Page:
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Education is looking ‘Bright’

Black New Yorker

Cyril Josh Barker | 6/19/2014, 12:22 p.m.
Marcus Bright is on a crusade to link colleges with high schools in urban communities in an effort to get ...
Dr. Marcus Bright

Marcus Bright is on a crusade to link colleges with high schools in urban communities in an effort to get young people excited about science and math, putting them at the forefront for careers in technology.

Bright serves as the executive director for the organization Education for a Better America (EBA), which is a sister organization to the Rev. Al Sharpton’s National Action Network. Sharpton’s daughter Dominique serves as board president of EBA.

The mission of the organization is to link policymakers to classrooms by creating a dialogue among policymakers, community leaders, educators, parents and students. EBA also disseminates information and findings that positively impact schools.

In addition to his position at EBA, Bright is also an adjunct professor of public administration at Florida Atlantic University and Florida International University. He is a contributor to the Huffington Post as well as a public speaker and advocate.

As more jobs are being created in the field of technology, Bright says that making sure students of color are not left out is crucial. However, making sure Black and Latino students have an opportunity all starts with sparking more interest in science and math.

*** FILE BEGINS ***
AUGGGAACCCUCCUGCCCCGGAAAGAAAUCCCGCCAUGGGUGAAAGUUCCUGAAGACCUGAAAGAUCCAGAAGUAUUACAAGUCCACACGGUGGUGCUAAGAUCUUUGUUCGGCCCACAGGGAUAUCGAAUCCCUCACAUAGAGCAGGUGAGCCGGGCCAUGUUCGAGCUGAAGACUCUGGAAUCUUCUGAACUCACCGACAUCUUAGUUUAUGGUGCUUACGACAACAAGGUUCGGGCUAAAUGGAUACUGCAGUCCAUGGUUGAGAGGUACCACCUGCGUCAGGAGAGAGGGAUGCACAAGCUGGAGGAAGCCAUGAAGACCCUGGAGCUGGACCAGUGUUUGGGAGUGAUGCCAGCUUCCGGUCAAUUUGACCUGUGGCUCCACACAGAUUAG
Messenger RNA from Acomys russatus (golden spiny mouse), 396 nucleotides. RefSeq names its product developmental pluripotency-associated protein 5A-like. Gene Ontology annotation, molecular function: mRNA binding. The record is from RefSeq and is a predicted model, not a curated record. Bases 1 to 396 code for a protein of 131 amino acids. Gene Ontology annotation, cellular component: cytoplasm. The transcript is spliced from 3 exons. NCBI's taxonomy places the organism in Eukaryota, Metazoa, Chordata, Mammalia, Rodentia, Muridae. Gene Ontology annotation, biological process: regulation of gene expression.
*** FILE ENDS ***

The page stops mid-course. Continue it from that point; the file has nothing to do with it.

Originally from the small town of Martin, Tenn., Bright said that he came from a family of educators who steered him toward his interests.

“My mother and aunt were teachers, and I was taught that education was always a vehicle of upward mobility,” he said.

He would go on to University of Tampa to earn his bachelor’s and master’s degrees, and he earned his Ph.D. From Florida Atlantic University, where he currently teaches.

In his work with EBA, he connects colleges with urban communities to engage students in the fields of science, math, engineering and technology (STEM) through after-school programs and civic engagement.

“I think the number one issue for Black America is that we are far behind in terms of getting people into the STEM pipeline,” he said. “Right now, we are unemployed. There are lots of jobs going unfilled in the country, and they require a background in science, technology and mathematics.”

While Bright said he understands that every student might not be interested in going into technology, he said having a standard of interest is crucial. He does this by implementing programs that get students of color excited about learning math and science.

EBA recently hosted the Higher Education Awareness and Conflict Resolution Initiative at Hempstead High School in Long Island. Speakers at the event included Bright and Dominique Sharpton. At another high school in Florida, Al Sharpton spoke to students about the value of education.

“We just have to really stay engaged on every level—state and national,” Bright said. “The new Silicon Valley is going to be New York City, and we have to investigate who is coming in and who is being hired.”

In July, Bright will participate in Capitol Hill day in Washington, D.C. He’s also continuing his work getting more high schools and colleges across the country to work together to get more students prepared for college.